Improving Aesthetics With Porcelain Laminate Veneers

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					                                                                   Improving Aesthetics With
                                                                  Porcelain Laminate Veneers
                                                                                                 Linda Burke Nash, CDA, RDH, BS




T


                                                                                                                          abstract
                                                      Today, many patients are making investments in their smiles
                                                      by means of aesthetic dental procedures. As a member of
                                                      the dental health team, the hygienist is in an excellent posi-
                                                      tion to guide patients regarding the many options available
         he long-term use of porcelain                in cosmetic dentistry, including bleaching, bonding, veneers,
laminate veneers has been successful;                 and crown restorations. The dental hygienist also can
porcelain laminate veneers have assumed               extend the life of new aesthetic restorations through prop-
the position of the ultimate conservative             er clinical techniques and can help patients understand the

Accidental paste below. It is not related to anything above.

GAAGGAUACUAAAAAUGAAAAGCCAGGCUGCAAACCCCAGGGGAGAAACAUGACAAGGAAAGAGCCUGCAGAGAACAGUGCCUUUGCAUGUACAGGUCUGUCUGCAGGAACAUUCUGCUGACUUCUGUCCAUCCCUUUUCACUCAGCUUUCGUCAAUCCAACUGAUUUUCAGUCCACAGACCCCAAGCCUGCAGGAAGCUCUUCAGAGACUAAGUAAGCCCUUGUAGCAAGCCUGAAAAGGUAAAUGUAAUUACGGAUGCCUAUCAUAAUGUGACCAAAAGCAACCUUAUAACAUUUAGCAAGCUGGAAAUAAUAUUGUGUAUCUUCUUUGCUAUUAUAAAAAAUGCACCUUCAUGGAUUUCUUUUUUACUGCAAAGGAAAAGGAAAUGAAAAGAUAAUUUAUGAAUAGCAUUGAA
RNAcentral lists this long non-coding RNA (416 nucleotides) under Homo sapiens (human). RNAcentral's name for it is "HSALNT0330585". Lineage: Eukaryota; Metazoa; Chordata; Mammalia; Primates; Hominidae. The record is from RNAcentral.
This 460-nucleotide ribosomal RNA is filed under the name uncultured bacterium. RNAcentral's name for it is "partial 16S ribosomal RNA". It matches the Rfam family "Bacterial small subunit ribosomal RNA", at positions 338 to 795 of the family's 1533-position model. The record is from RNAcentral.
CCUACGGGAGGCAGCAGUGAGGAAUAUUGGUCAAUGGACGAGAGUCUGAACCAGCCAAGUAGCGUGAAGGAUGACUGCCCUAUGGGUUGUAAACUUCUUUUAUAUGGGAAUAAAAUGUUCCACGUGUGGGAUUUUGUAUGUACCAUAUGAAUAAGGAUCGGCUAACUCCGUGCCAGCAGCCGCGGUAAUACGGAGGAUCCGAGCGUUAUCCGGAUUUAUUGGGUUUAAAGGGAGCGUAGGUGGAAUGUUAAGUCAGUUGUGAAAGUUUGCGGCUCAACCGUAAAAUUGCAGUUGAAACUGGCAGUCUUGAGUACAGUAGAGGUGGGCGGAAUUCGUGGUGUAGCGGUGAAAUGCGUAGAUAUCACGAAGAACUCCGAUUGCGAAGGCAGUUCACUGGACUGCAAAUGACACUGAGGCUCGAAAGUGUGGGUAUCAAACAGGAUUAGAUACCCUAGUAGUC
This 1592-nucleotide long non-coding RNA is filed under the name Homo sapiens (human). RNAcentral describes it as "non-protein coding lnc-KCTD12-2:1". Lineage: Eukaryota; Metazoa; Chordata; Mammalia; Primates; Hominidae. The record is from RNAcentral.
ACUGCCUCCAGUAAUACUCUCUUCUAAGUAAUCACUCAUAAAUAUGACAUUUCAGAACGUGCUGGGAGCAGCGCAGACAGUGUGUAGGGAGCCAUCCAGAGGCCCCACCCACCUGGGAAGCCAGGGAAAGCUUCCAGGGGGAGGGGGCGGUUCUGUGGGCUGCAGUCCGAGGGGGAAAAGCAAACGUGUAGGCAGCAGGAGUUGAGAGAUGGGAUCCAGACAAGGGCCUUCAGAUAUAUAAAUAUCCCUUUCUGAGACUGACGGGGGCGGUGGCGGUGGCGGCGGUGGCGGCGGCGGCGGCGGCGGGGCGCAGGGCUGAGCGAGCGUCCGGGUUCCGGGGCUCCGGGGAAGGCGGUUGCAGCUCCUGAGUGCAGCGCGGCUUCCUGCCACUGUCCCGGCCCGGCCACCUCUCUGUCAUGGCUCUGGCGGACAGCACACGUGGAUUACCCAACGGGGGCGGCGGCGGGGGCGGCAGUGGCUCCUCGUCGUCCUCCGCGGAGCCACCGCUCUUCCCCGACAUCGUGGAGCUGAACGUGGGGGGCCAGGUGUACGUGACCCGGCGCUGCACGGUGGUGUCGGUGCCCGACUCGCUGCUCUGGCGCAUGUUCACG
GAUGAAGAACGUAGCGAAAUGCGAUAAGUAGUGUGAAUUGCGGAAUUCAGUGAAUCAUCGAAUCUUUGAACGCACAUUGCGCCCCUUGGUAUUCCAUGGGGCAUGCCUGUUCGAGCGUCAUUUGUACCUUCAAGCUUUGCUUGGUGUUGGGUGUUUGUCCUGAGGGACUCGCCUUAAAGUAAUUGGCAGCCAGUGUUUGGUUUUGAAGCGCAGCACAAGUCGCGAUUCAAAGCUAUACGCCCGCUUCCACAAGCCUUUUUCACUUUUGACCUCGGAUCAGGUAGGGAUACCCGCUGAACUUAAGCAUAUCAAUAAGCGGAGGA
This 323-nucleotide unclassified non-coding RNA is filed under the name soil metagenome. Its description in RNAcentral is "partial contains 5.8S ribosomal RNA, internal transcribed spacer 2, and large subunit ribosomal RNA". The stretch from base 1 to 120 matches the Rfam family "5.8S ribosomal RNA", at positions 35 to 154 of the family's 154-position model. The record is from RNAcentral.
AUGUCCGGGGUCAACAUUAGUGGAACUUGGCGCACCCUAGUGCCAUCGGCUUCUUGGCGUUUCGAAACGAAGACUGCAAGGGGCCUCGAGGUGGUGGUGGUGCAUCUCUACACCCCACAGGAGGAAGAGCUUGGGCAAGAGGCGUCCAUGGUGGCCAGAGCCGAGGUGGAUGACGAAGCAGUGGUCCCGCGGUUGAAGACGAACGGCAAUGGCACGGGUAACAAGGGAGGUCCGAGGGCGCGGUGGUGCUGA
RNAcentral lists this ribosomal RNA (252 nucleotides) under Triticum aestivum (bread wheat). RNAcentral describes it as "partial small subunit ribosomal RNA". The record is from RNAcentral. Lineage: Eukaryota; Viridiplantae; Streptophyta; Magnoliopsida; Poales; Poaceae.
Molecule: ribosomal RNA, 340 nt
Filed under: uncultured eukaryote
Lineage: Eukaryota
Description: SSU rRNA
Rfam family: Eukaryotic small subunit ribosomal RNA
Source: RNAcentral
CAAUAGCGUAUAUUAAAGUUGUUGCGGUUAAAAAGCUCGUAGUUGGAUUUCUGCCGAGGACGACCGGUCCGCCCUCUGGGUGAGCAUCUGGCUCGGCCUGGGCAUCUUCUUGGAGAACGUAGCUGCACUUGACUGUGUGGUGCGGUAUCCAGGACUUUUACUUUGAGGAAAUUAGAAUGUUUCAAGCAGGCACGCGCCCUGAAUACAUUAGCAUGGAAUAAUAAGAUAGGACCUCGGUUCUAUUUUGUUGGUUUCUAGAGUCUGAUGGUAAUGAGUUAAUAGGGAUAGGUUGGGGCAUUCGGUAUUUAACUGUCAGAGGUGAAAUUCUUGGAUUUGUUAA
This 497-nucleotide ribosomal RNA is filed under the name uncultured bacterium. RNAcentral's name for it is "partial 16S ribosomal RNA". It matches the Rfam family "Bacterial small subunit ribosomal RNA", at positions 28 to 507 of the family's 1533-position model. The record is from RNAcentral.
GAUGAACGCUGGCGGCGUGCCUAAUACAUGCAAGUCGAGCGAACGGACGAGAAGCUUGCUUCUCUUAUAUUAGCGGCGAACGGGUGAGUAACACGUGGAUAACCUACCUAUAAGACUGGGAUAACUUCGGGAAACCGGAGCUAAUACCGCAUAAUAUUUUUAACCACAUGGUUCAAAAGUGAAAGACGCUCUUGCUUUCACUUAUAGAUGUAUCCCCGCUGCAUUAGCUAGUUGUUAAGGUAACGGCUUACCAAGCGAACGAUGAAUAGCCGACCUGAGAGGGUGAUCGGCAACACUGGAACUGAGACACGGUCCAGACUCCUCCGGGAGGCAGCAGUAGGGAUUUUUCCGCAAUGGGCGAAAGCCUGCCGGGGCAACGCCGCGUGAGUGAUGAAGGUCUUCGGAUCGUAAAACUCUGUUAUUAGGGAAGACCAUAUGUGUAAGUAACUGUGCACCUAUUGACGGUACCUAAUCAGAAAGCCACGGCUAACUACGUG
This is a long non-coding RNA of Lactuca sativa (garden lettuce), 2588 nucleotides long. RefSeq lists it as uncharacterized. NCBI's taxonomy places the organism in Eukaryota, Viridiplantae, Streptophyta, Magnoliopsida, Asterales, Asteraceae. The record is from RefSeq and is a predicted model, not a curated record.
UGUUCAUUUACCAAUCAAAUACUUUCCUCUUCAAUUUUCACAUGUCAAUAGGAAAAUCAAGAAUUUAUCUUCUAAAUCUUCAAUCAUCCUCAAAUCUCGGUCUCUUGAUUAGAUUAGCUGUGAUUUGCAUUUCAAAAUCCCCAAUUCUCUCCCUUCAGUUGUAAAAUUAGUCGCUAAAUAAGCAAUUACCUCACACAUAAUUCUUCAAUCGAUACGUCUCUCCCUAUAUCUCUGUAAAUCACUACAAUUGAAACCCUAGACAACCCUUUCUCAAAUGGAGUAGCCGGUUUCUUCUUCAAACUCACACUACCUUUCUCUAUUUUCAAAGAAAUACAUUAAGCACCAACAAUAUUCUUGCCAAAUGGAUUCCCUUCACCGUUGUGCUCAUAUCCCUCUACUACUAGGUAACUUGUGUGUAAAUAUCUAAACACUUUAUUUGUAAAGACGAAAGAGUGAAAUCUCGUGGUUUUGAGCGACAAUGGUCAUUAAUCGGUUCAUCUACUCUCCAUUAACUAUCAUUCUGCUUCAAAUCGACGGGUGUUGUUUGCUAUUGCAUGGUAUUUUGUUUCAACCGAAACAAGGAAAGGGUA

restoration.2 Since the introduction of por-          value of cosmetic dentistry. By using proper clinical care
celain veneers in the early 1980s, im-                and educating patients about their dental care responsi-
provements in dental materials have
                                                      bilities at home, hygienists can have a significant, positive
                                                      impact on clinical success.1 This article describes a case
resulted in increased bond strength in                treated with porcelain laminate veneers and outlines the
the porcelain and enamel interface.1, 3               role of the dental hygienist in aesthetic evaluation, patient
Acid etching of the enamel margins and                education, and follow-up care.
the use of enamel/dentin bonding
agents and dual curing-luting composite        CASE REPORT                                 in good overall health. An oral examina-
help ensure a strong bond to tooth struc-      A 30-year-old female patient whose          tion revealed that the soft tissue was with-
ture, which also provides lamination of        profession was public speaking was dis-     in normal limits and the gingival tissue
the porcelain to the tooth. Lamination is      satisfied with the appearance of her        was firm and pink, with generalized 1 mm
partly responsible for the more-than-          teeth, especially the dark color and        to 2 mm sulcus depths and little or no
adequate strength of the porcelain, be-        spaces (Figure 2). Her objective was to     bleeding on probing. The radiographs
cause it promotes even support across          achieve a more attractive smile and to      exhibited excellent bone support and no